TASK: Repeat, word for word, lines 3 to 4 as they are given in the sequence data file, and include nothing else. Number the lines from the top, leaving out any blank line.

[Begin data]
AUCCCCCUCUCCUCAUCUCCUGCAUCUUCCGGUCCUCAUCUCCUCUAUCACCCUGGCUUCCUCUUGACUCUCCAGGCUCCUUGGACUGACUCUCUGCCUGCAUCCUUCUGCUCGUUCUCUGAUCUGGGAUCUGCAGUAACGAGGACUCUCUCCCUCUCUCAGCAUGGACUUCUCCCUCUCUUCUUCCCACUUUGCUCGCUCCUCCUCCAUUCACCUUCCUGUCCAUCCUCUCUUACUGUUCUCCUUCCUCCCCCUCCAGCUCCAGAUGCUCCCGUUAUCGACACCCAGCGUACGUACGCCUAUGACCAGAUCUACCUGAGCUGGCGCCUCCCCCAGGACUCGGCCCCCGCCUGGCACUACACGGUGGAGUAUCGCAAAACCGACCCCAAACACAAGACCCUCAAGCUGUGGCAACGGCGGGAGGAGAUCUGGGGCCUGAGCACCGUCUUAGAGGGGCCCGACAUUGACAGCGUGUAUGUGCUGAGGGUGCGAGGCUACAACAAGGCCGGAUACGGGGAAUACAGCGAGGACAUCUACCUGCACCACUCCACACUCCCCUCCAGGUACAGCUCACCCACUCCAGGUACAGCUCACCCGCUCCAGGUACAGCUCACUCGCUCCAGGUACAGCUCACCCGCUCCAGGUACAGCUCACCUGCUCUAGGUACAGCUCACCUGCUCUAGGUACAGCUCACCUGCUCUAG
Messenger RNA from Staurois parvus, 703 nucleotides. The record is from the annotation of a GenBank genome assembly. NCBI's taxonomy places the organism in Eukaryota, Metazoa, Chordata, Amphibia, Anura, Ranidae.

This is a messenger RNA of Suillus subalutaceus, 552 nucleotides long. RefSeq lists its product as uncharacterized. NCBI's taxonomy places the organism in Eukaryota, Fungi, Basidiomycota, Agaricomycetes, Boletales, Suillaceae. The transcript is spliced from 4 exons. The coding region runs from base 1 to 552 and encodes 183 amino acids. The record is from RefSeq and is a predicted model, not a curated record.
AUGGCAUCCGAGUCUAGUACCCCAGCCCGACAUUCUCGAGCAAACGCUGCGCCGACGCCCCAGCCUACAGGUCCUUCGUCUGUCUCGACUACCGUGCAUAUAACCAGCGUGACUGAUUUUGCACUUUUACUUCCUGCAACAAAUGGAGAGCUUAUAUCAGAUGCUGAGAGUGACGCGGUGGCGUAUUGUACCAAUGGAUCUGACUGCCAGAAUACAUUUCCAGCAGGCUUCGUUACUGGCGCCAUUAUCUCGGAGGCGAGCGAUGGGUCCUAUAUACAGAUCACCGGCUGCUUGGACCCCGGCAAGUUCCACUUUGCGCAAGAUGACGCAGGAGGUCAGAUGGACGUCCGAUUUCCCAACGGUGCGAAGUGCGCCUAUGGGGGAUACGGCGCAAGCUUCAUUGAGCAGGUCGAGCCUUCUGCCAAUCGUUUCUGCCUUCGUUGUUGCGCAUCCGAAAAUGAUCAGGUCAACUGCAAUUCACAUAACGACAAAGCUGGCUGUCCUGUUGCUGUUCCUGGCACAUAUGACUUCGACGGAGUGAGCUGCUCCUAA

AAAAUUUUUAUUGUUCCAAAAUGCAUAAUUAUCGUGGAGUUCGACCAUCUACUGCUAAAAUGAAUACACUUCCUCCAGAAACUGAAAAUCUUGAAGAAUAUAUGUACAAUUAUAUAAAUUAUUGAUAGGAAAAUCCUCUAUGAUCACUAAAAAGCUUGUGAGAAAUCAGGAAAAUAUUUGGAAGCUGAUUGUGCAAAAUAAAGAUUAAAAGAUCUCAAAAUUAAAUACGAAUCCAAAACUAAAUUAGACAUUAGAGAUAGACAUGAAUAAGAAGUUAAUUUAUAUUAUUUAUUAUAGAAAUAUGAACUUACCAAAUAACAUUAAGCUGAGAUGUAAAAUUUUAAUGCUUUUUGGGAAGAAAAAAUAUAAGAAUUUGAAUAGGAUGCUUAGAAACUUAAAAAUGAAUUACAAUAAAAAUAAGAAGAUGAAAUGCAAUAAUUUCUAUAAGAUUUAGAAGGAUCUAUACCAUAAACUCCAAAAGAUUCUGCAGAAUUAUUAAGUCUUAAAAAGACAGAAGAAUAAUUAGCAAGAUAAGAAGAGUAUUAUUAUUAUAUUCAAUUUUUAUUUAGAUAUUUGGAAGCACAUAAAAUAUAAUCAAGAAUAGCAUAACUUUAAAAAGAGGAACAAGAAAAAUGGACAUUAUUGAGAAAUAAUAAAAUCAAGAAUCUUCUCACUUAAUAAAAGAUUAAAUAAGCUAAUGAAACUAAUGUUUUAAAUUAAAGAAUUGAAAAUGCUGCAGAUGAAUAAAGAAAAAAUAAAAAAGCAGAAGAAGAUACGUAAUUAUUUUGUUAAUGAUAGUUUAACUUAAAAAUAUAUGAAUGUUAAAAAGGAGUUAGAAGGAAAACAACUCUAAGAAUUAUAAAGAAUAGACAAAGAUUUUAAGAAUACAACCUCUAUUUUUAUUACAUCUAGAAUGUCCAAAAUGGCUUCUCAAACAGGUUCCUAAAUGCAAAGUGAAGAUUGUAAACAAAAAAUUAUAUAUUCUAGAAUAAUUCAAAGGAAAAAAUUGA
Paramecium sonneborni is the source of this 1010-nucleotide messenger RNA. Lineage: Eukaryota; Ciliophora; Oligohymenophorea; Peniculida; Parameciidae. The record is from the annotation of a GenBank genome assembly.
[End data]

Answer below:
This is a messenger RNA of Suillus subalutaceus, 552 nucleotides long. RefSeq lists its product as uncharacterized. NCBI's taxonomy places the organism in Eukaryota, Fungi, Basidiomycota, Agaricomycetes, Boletales, Suillaceae. The transcript is spliced from 4 exons. The coding region runs from base 1 to 552 and encodes 183 amino acids. The record is from RefSeq and is a predicted model, not a curated record.
AUGGCAUCCGAGUCUAGUACCCCAGCCCGACAUUCUCGAGCAAACGCUGCGCCGACGCCCCAGCCUACAGGUCCUUCGUCUGUCUCGACUACCGUGCAUAUAACCAGCGUGACUGAUUUUGCACUUUUACUUCCUGCAACAAAUGGAGAGCUUAUAUCAGAUGCUGAGAGUGACGCGGUGGCGUAUUGUACCAAUGGAUCUGACUGCCAGAAUACAUUUCCAGCAGGCUUCGUUACUGGCGCCAUUAUCUCGGAGGCGAGCGAUGGGUCCUAUAUACAGAUCACCGGCUGCUUGGACCCCGGCAAGUUCCACUUUGCGCAAGAUGACGCAGGAGGUCAGAUGGACGUCCGAUUUCCCAACGGUGCGAAGUGCGCCUAUGGGGGAUACGGCGCAAGCUUCAUUGAGCAGGUCGAGCCUUCUGCCAAUCGUUUCUGCCUUCGUUGUUGCGCAUCCGAAAAUGAUCAGGUCAACUGCAAUUCACAUAACGACAAAGCUGGCUGUCCUGUUGCUGUUCCUGGCACAUAUGACUUCGACGGAGUGAGCUGCUCCUAA